Figures of Speech IV
Bill Long 3/26/08
13/14. I remember the first time I ran into homoioptoton and homoioteleuton I was in my first semseter of grad school. I was sitting on the lawn outside of University Hall at Brown University in Sept. 1977, reading some Greek text and a commentary on it. I recall the commentator introduced several terms like these, and they made me shudder. I not only had never heard of them, but I figured it would take me years to understand them, if I ever could understand them. Much of my graduate school existence was like that--learning, or being exposed to so many new things but not really understanding much at all. I am not sure I support that understanding of learning, but that was my experience. But when I grew up and began to calm down in my learning, and when I had realized that I had enough time to understand almost anything I wanted, I came to the conclusion that learning these words was really quite easy.
By the way, the first appears as homoeoptaton in the OED (it is absent from the Unabridged), and the second is homoeoteleuton in both. The classically-oriented Century has both. The reason that only homoeoteleuton is in all these dictionaries is that it, though a Greek/Latin word, is easy to see also as an English word. It is defined as "when several utterances (i.e., words) end in a similar fashion." The word, therefore, is larger than rhyme, but similar to it. An ancient example is when Cicero says against Cataline:
"abiit, abcessit, evasit, erupit,"
"he left, he walked off, he escaped, he burst forth." It sounds a lot better in Latin, don't you agree? Donatus' example doesn't require every word to end identically:
"eos reduci quam relinqui, devehi quam deseri malui,"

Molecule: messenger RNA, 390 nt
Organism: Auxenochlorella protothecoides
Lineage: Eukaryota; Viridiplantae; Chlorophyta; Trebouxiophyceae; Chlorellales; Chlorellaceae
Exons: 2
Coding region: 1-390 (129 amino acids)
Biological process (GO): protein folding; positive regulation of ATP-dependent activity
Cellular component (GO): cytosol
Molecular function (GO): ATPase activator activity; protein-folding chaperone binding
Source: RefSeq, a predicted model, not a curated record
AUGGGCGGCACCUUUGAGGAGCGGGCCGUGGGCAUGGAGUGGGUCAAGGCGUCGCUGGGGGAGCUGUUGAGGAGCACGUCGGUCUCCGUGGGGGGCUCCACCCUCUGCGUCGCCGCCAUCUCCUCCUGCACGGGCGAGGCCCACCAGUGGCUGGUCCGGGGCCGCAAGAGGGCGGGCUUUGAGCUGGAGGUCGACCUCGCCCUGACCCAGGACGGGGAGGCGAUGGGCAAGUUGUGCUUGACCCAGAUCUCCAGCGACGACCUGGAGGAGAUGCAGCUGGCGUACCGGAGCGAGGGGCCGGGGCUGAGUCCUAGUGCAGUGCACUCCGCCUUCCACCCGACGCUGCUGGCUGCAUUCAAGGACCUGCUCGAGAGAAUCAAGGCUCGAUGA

or, "I did not wish to bring them back as much as to give them up, to lead them as much as to desert them." Actually, this grammatical device, which sounds so wonderful in the hands/mouth of Cicero, is not as frequently used in English, though we do have the adverbial ending ("ly") which often fits the bill. From Peacham in the 16th century, we have:
"he is esteemed eloquent which can invent wittily, remember perfectly, dispose orderly, figure diversly, pronounce aptly, confirme strongly, and conclude directly."
Not a bad definition of eloquence, is it? But because it has a limited range of use in English rhetoric, it has been taken up by text critics to explain gaps in texts. If an earlier editor "committed" a homoeoteleuton, his eye unconsciously skipped from the place where he should have been and then gone to another word several words distant which ended in the same letters and continued his copying.
Homoeoptaton is a narrower form of homoeoteleuton, focusing on the same case endings for nouns. The example that Burton gives under homoioptoton is incorrect; he has provided us a good example of homoeoteleuton (though it looks like he knows what he is doing..) Donatus' example of homeoptaton is perfect:
"merentes flentes lacrimantes commiserantes,"
or "sorrowing, weeping, shedding tears, commiserating."
15. Polyptoton is the opposite of homoeoptaton; polyptoton refers to instances when a sentence is varied with different grammatical cases. Isidore's example is helpful:
"Ex nihilo nihilum, ad nihilum nil posse reverti,"
which can be rendered "Nothing from nothing, nothing can be returned to nothing." I have given another example on this page.